I can strongly recommend the dimension tab. There are so many possibilities and metrics for the analysis. It gives you a good overview on the performance itself and you can immerse deep by checking the performance on the ’Item ID’ level.” – Christopher

You can get customized performance reporting at any level of granularity in the Dimensions Tab, just as an example. You remember that I told you about the Dimensions Tab, the Product Groups Tab and the Products Tab in my last blog post? If you want to know which analysis you can do in which tab – check out my last PPC Adventure. 🙂 

 

Pitfall 3: You analyze the wrong item

Another common pitfall is that you might analyze the wrong item. First of all, you have to detect the bad performing item or the cost driver – Please note: it doesn’t always have to be a single item. The whole brand or category can also be the “bad guy”. As described before, you can do the analysis by using the dimensions tab.

If you have done that, try to find out why the bad performance has happened. You can check if this is caused of a to high bid or if there is another issue e.g. that the item will display for non-related queries.

We once experienced the case, that one of our customers had a product which caused enormously high costs. The analysis showed that this was due to seasonal influences and a too generic product title.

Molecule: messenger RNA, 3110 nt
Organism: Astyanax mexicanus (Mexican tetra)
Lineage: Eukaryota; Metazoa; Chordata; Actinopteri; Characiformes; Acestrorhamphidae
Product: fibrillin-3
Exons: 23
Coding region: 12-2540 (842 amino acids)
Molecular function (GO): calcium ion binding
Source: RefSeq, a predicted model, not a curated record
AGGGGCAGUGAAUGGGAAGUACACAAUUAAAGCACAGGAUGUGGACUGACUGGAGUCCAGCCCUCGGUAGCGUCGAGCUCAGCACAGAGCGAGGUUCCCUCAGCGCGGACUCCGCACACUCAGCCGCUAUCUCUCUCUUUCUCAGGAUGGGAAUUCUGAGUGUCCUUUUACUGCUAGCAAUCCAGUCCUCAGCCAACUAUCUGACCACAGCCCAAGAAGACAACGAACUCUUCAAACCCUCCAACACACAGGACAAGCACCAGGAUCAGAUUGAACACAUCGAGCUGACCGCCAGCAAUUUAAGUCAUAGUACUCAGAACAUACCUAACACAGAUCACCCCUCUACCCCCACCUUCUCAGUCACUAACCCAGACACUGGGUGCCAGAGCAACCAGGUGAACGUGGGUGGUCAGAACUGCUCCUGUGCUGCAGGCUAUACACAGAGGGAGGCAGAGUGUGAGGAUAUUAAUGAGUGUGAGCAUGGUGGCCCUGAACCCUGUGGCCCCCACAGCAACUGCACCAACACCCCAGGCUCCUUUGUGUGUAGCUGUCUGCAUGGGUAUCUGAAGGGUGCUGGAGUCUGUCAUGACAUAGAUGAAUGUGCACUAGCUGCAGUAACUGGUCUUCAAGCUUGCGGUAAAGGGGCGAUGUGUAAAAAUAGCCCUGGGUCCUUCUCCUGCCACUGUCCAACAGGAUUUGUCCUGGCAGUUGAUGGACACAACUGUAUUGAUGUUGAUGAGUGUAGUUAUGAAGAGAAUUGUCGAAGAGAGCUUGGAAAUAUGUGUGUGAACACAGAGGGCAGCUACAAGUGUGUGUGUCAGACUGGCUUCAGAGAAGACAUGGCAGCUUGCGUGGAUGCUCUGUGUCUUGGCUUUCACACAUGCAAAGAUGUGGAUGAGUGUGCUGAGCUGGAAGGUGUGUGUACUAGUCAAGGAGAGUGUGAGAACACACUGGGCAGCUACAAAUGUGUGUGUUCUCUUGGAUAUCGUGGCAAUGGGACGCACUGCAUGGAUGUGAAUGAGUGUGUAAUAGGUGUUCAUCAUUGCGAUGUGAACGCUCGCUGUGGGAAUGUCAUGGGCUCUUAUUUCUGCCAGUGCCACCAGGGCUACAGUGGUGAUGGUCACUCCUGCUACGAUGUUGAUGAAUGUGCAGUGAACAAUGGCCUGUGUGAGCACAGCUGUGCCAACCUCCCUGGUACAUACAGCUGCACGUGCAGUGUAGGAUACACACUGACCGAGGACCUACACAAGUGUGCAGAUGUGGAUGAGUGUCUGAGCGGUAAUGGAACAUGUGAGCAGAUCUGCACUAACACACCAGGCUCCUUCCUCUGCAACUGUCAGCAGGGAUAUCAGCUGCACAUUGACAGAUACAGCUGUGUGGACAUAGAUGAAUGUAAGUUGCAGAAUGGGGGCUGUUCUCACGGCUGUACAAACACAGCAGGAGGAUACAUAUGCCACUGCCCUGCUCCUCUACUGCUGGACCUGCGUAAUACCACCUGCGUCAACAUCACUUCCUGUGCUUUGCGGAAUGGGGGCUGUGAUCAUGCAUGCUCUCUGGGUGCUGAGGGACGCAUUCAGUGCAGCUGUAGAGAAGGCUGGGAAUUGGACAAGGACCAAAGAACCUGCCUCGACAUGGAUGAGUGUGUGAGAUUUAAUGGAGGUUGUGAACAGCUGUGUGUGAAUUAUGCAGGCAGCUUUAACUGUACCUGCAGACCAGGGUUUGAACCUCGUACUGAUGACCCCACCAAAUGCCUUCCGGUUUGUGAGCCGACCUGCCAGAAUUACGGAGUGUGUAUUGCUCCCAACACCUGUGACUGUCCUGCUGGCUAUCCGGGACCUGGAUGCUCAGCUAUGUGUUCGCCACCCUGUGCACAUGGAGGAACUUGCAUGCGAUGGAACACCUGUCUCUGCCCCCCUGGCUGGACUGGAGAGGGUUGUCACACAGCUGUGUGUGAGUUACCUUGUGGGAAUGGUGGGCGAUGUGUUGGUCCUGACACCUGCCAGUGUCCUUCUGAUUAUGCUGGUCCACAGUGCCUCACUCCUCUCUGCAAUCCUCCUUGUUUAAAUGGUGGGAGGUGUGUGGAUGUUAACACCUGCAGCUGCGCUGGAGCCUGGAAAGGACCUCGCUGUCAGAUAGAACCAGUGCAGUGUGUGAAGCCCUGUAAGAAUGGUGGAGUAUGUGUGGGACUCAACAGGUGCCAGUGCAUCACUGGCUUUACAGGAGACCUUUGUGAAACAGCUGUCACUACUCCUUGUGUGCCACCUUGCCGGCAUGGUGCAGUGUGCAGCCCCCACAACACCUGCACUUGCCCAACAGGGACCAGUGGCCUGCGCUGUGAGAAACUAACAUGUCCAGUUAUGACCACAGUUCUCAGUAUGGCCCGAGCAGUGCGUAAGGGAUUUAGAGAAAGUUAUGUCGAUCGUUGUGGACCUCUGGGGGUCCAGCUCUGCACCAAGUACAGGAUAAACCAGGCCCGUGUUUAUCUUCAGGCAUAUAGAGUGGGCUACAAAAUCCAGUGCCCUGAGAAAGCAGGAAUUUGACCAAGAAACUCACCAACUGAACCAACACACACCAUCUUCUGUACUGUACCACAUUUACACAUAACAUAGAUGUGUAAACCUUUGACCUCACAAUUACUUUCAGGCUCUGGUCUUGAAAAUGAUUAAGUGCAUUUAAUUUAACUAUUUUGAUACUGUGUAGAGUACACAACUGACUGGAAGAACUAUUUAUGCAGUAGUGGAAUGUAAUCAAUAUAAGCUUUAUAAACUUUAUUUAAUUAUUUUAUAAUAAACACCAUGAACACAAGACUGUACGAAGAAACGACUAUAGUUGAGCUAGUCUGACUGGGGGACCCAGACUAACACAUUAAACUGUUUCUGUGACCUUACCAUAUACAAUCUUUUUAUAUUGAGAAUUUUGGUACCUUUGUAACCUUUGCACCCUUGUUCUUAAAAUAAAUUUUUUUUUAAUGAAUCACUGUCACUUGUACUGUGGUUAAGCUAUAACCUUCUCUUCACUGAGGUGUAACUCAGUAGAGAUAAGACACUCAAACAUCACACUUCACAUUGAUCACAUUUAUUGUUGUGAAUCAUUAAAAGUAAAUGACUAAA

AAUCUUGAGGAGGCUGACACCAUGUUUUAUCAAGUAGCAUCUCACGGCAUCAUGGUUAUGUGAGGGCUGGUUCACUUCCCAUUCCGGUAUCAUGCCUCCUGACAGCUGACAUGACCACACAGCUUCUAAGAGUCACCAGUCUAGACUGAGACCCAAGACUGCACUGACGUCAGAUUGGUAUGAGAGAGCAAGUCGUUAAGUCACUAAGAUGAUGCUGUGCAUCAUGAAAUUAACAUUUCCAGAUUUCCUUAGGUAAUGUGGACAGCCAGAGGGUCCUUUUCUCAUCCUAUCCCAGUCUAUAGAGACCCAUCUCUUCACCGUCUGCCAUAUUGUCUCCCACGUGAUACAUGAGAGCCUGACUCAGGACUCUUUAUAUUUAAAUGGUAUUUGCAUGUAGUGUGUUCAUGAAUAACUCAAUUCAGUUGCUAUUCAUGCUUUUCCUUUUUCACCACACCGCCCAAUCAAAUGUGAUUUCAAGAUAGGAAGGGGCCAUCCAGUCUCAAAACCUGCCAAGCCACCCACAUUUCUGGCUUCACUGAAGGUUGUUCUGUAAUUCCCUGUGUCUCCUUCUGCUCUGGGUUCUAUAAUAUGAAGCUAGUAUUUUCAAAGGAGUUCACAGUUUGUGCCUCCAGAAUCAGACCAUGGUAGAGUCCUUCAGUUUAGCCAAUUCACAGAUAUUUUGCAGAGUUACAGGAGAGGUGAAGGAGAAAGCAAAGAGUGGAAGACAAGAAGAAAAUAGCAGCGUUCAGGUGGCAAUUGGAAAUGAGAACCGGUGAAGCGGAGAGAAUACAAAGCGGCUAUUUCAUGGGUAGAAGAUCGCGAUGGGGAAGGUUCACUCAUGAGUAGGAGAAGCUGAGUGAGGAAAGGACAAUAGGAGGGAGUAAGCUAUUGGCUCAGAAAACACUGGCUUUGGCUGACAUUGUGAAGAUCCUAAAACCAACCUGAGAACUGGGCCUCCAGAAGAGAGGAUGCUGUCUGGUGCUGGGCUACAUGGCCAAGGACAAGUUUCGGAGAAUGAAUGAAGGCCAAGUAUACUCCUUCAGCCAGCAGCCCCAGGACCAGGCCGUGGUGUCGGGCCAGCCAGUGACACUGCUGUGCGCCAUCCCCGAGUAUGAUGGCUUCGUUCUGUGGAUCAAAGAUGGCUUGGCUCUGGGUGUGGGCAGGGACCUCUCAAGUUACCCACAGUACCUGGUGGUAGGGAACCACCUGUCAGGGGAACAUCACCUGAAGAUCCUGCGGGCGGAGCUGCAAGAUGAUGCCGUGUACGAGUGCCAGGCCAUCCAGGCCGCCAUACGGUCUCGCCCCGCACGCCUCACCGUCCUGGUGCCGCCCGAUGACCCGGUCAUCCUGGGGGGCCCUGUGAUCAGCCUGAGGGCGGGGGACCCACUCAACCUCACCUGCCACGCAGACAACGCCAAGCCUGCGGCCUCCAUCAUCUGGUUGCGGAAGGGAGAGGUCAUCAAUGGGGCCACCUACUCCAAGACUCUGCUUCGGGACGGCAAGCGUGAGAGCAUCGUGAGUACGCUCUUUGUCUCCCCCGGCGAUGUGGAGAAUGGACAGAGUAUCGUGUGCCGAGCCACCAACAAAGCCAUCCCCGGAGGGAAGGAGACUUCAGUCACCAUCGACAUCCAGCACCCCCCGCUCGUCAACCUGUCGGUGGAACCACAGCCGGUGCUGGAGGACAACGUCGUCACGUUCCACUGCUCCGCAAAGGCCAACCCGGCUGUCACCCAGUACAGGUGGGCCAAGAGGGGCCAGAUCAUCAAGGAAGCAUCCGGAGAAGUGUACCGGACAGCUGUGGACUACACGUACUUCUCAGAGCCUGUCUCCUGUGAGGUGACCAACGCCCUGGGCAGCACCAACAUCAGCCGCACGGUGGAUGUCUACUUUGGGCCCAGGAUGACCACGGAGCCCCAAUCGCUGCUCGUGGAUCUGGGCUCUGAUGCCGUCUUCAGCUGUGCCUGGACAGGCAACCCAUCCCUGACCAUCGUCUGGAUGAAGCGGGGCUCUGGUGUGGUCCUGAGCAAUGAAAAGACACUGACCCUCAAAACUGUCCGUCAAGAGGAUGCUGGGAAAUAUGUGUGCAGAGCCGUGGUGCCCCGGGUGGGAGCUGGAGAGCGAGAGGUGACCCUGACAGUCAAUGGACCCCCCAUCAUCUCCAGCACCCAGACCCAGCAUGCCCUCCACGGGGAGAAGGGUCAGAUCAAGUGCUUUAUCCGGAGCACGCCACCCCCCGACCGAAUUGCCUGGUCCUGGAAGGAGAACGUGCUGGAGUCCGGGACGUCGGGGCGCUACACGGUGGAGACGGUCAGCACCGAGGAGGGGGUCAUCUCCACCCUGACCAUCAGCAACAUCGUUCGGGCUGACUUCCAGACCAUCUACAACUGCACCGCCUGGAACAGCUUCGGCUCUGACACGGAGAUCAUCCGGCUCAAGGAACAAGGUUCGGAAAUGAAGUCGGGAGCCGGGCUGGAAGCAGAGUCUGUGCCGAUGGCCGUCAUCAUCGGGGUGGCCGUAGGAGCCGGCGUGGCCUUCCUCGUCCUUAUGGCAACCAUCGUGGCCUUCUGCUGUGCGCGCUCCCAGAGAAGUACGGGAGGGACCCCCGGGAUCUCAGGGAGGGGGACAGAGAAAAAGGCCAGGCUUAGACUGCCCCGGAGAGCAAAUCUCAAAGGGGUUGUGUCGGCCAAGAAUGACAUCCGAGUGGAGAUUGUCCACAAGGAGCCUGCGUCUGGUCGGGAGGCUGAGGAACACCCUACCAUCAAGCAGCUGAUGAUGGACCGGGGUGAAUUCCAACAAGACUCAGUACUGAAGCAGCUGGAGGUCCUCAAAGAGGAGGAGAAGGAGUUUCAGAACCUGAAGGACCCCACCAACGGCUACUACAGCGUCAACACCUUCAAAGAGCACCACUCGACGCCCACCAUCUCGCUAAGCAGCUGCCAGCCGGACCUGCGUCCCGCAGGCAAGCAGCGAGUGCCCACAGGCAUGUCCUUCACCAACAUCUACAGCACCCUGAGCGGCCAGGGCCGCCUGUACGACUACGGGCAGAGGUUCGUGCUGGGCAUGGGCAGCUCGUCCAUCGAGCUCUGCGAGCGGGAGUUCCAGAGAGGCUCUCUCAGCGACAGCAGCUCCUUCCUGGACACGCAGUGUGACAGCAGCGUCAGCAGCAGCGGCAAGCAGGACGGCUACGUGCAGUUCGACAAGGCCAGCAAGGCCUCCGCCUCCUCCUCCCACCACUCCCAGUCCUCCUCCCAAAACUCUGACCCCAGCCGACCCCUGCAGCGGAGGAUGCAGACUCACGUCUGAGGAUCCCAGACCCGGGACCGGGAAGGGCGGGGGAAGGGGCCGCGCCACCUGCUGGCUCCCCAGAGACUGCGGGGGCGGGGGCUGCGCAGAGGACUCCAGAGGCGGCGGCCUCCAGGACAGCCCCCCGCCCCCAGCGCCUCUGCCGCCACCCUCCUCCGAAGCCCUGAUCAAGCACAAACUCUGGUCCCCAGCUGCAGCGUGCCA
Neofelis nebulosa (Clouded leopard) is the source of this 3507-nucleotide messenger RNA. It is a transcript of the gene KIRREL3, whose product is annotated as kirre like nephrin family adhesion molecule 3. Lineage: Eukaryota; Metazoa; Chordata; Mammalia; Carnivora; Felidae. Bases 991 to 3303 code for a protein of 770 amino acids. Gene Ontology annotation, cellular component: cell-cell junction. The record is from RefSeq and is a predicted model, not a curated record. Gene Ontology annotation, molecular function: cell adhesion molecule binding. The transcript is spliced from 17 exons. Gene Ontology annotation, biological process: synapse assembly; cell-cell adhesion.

When you found the misleading item you can improve it and measure the performance again. What should you consider to improve an item?

  1. Use high-quality images for all of your products.
  2. Consider to adjust attributes and pictures for any product variants.
  3. Add more relevant and granular information about the product type.
  4. Use negative keywords for a more focused targeting.
  5. Add custom labels to adjust seasonal, promotional, or risk-related products.

Those are just a few things you should consider – of course there are much more. The best thing you can do is, to get through the learning materials and help center from Google to find out more about the improvement of your items.

Pitfall 4: You don’t look at the settings of your Shopping Campaigns

You should never forget to keep an eye on your settings when analyzing your Google Shopping Campaigns. Here are a few thins you can find out when you look at your settings:

  • Are product groups excluded although they should be promoted?
  • Are remarketing lists created by the correct criteria?